ent forms of apparatus had been applied by physicians in Illi- 
nois, Missouri, and Kansas, and with varying degrees of success 
so far as relief from the symptoms was concerned. There was 
a phthisical history in the family, and this child was born pre- 
maturely between the seventh and eighth months. The opera- 
tion of exsection was done by Dr. Sayre the present month, and 
the child was doiDg well. 

Meeting of May 19, 1885. 
The President, Dr. J. A. MoCorkle, in the Chair ; 
Dr. Z. T. Emery, Secretary. 

Cholera Asiatica and Cholera Nostras ; their Diagnosis 
and Treatment, with Special Reference to the Bacillus.— 

Dr. Arnold Stub read a paper with this title. [See page 32.] 

Dr. Chase remarked that the author had stated that raising 
water to a high temperature would destroy cholera bacilli. 
Would the cooking of fruit, particularly apples, have the same 
effect ? 

Dr. Stub replied that he thought it certainly would, provid-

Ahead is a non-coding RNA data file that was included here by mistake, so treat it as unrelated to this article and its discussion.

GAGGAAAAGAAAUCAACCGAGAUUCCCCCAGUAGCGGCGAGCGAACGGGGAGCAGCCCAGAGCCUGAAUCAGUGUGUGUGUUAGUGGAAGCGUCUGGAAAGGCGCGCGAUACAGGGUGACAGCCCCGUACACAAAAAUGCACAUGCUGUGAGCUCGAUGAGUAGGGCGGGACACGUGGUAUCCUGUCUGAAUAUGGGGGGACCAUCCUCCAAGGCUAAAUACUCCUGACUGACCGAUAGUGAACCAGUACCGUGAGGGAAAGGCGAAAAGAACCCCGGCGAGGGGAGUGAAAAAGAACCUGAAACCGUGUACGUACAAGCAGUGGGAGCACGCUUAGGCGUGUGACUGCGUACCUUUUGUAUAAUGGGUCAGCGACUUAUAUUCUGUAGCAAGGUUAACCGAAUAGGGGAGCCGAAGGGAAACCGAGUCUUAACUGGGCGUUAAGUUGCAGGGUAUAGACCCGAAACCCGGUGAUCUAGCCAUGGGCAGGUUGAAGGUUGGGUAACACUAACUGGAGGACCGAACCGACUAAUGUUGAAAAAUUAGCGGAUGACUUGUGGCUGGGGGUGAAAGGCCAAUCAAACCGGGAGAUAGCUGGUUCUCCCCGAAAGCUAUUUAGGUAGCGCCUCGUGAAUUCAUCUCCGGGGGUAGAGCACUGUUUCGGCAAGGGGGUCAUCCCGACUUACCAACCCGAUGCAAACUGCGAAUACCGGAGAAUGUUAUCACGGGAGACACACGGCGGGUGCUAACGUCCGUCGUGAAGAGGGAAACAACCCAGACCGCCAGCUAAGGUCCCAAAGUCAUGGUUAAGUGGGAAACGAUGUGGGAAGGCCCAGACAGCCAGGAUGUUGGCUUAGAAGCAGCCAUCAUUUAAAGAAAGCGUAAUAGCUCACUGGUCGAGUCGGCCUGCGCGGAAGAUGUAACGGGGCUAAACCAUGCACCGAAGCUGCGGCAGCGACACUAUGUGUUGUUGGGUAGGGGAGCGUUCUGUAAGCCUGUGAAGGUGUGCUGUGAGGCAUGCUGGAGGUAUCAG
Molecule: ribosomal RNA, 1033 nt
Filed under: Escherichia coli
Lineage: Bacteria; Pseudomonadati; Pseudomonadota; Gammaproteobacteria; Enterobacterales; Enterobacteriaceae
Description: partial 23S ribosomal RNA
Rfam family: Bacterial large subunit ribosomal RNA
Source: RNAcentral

ed that after the apples had been cooked they were not allowed 
to stand exposed. 

Dr. L. Barkan said that, having been deputed by the Aus- 
tro-Hungarian Government to treat cholera patients, he had 
had some experience with the disease. He had seen no benefit 
result from the use of opiates, but had had excellent success 
with sulphate of quinine. From a theoretical standpoint, he 
would oppose the use of hot baths, because the increase of tem- 
perature might be followed by a marked decrease, in accord- 
ance with Traube's theory. 

Dr. W. H. Thayer remarked that the paper covered so much 
ground that he was neither able nor inclined to examine it critic- 
ally throughout. One or two points, however, in the treatment 
of cholera appeared to him to be worthy of notice. He could